AFSO 21 helps DoD and MOD do business better

RAF MILDENHALL, England -- WHAT TO KNOW: Air Force Smart Operations for the 21st Century is the name the Air Force has given to Lean programs. It focuses on Lean thinking by placing emphasis on eliminating needless waste and duplication in every part of the Air Force. For more articles on AFSO 21, visit www.mildenhall.af.mil

Airmen at RAF Mildenhall used Air Force Smart Operations for the 21st Century to fix several broken processes in the 100th Civil Engineer Squadron. 

One of the biggest things the program has changed is the way Defence
Estates and the Department of Defense communicate. Maj. Matt Kovich, 100th Civil Engineer Squadron operations flight commander applied AFSO 21 to change the way the Air Force in the United Kingdom works with the British government. 

"(The first thing we did was) define what exactly the problems were," the major said. "There are a number of stakeholders in all this and it's very, very important that we identified exactly what the key problems are." 

The problems mostly stemmed from the difference in guidance from both governments on electrical, mechanical, safety and work-management issues. All told, the civil engineer squadron worked out 10 different issues. 

The new changes affect not just the way RAF Mildenhall works with DE, but it has set the same guidelines for all American Air Force-occupied installations in the United Kingdom.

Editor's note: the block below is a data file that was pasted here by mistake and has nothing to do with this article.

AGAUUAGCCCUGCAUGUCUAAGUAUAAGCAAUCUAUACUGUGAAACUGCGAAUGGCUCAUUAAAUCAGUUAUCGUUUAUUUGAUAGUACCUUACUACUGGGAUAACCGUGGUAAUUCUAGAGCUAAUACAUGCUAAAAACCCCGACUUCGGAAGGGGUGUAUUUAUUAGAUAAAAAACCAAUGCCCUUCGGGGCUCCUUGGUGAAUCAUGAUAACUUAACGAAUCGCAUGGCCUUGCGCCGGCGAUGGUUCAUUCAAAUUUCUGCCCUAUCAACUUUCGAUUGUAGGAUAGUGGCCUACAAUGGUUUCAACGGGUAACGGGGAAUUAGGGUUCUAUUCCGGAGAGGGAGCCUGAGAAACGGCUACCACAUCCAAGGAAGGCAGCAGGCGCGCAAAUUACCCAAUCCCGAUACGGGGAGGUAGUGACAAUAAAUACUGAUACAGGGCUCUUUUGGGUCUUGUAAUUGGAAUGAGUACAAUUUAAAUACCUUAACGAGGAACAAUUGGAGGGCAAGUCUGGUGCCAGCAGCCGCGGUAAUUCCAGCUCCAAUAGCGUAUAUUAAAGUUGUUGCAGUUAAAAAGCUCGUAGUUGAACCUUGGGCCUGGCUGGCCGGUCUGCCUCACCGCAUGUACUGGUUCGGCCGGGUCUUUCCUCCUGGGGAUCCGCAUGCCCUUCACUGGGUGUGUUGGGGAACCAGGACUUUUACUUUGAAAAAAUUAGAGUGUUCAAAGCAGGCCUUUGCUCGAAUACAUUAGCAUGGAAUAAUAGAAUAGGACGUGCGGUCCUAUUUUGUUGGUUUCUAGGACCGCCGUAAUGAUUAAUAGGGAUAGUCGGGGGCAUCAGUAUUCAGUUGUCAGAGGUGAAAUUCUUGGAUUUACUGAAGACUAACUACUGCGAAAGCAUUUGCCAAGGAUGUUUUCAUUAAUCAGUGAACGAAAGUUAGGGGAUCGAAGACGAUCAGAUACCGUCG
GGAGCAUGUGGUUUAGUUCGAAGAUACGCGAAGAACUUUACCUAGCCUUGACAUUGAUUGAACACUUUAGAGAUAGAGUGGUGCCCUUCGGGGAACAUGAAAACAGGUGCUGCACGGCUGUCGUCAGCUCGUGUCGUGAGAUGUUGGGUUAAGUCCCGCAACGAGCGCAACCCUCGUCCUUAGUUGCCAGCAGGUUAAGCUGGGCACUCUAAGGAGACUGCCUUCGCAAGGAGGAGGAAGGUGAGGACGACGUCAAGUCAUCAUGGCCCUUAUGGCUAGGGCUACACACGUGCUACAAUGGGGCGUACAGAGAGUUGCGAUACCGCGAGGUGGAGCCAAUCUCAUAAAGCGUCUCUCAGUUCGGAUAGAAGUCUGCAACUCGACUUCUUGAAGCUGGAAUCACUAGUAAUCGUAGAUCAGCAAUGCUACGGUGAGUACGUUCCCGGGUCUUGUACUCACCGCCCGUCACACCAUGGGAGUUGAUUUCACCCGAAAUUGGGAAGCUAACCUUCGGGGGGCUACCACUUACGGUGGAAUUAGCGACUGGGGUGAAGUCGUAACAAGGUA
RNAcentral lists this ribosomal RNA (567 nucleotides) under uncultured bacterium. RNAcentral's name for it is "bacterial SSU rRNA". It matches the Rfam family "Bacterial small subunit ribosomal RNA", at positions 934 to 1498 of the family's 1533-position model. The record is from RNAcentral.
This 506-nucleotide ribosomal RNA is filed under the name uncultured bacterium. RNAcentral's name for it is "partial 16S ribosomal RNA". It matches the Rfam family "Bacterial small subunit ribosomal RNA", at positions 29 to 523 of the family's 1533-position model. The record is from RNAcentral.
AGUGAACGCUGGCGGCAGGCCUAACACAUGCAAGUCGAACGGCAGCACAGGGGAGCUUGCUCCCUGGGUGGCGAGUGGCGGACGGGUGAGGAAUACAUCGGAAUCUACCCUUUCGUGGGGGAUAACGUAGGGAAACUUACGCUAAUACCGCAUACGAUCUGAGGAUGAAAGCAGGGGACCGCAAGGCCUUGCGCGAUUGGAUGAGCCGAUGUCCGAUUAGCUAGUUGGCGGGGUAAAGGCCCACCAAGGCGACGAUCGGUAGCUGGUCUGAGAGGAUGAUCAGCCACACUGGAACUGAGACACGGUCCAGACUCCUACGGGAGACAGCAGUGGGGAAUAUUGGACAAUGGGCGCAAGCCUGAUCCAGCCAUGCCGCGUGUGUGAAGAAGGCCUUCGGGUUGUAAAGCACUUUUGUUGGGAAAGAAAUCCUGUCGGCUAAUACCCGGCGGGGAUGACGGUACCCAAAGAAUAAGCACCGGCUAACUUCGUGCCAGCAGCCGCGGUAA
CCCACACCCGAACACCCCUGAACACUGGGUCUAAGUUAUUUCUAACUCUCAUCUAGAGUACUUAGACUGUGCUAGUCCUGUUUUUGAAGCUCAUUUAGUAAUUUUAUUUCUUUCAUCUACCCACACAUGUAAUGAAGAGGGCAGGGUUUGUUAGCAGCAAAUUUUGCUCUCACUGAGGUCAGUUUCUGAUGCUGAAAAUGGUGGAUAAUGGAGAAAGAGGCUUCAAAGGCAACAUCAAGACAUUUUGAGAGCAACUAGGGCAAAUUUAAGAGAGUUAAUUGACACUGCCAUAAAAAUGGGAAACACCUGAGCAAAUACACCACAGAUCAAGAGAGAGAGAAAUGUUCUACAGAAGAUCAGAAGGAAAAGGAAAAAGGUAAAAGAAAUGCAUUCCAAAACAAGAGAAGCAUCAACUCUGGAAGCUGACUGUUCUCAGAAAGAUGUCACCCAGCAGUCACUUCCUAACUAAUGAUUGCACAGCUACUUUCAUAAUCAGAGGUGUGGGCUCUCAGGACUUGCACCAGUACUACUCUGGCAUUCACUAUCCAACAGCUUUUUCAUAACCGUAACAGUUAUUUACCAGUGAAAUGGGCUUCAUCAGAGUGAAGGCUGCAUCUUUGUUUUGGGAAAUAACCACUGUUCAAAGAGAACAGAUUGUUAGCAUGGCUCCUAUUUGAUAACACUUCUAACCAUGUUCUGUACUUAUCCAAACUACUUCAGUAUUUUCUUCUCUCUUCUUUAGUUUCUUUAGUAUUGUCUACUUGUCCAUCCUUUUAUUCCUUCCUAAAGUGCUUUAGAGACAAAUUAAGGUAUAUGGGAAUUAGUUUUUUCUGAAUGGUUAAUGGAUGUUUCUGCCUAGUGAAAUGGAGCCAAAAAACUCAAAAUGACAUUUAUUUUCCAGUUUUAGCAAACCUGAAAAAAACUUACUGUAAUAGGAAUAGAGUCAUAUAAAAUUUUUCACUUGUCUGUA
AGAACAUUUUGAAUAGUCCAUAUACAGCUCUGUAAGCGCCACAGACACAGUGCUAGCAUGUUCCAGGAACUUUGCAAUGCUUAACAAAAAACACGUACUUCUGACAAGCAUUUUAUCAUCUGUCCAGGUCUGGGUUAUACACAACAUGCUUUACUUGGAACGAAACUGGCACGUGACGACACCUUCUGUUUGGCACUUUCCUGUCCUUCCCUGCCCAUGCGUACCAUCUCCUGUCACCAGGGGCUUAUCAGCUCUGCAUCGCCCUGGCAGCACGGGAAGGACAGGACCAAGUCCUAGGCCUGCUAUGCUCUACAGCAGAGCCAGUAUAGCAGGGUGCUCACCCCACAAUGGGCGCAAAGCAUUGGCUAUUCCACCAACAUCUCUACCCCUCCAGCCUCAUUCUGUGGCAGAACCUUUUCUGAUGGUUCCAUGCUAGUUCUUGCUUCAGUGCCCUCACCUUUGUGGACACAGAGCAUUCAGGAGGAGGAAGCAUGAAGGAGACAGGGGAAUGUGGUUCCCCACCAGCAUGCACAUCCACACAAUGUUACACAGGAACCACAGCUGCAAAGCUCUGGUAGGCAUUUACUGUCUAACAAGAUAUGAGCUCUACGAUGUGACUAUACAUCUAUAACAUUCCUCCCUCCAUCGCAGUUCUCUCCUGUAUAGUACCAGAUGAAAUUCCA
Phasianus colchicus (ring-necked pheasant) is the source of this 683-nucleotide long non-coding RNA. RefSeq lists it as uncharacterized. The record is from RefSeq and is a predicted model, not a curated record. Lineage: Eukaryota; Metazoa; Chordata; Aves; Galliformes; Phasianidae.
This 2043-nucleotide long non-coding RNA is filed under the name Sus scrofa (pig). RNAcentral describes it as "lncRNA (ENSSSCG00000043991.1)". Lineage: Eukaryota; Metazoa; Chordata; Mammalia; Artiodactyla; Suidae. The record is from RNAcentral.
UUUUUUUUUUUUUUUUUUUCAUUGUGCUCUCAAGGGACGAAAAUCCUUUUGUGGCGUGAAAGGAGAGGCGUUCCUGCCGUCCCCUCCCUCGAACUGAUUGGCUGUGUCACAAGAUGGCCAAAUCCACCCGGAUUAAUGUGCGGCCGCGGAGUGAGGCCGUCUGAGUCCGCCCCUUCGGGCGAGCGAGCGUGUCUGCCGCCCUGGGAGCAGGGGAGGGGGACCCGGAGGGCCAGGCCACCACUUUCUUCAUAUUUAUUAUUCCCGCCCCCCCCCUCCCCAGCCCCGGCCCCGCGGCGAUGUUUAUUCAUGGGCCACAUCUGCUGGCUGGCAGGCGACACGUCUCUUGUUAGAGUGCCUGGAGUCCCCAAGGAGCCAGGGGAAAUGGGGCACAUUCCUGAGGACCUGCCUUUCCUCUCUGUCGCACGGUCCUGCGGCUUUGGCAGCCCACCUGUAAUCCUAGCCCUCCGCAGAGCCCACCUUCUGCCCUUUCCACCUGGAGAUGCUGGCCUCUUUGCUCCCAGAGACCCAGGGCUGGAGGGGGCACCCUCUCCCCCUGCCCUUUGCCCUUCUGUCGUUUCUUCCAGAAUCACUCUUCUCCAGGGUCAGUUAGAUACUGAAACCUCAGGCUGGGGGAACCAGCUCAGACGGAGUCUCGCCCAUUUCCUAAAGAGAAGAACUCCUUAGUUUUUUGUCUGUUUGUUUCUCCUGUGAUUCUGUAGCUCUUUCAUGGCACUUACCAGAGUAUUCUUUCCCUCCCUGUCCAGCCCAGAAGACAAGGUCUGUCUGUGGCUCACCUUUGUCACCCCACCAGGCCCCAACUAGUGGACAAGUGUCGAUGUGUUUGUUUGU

"DE basically manages the bases the U.S. forces occupy with the agreement of Her Majesty's government, but they are MoD property. We act as stewards of the estate, so in other words, we manage the construction sites for the U.S. to ensure the base is being maintained to U.K regs or U.S. regs, which ever the case may be." 

The new changes will help ensure the program's longevity here. 

"We don't want every new operations flight commander coming in to reinvent the wheel, he doesn't need to," said Paul Grace, Defence Estates manager at RAF Mildenhall. 

"What Major Kovich is doing is actually putting it down in writing and we'll get the benefit in the future because we'll have an operating guide. So if a new operations flight commander comes in, we can say, 'That's how we operate; that's what's been agreed.' He can focus on that and he doesn't need to go back and reinvent the wheel." 

So what does a United Kingdom native think of AFSO 21? 

"My knowledge of AFSO 21 is limited, but if this is an example of AFSO 21 initiatives, I'm all for it. Both the U.K. and the U.S. here have a problem recruiting staff with the right technical expertise so if we can work smarter together, and take away duplication, we're both saving and we're both getting the task done."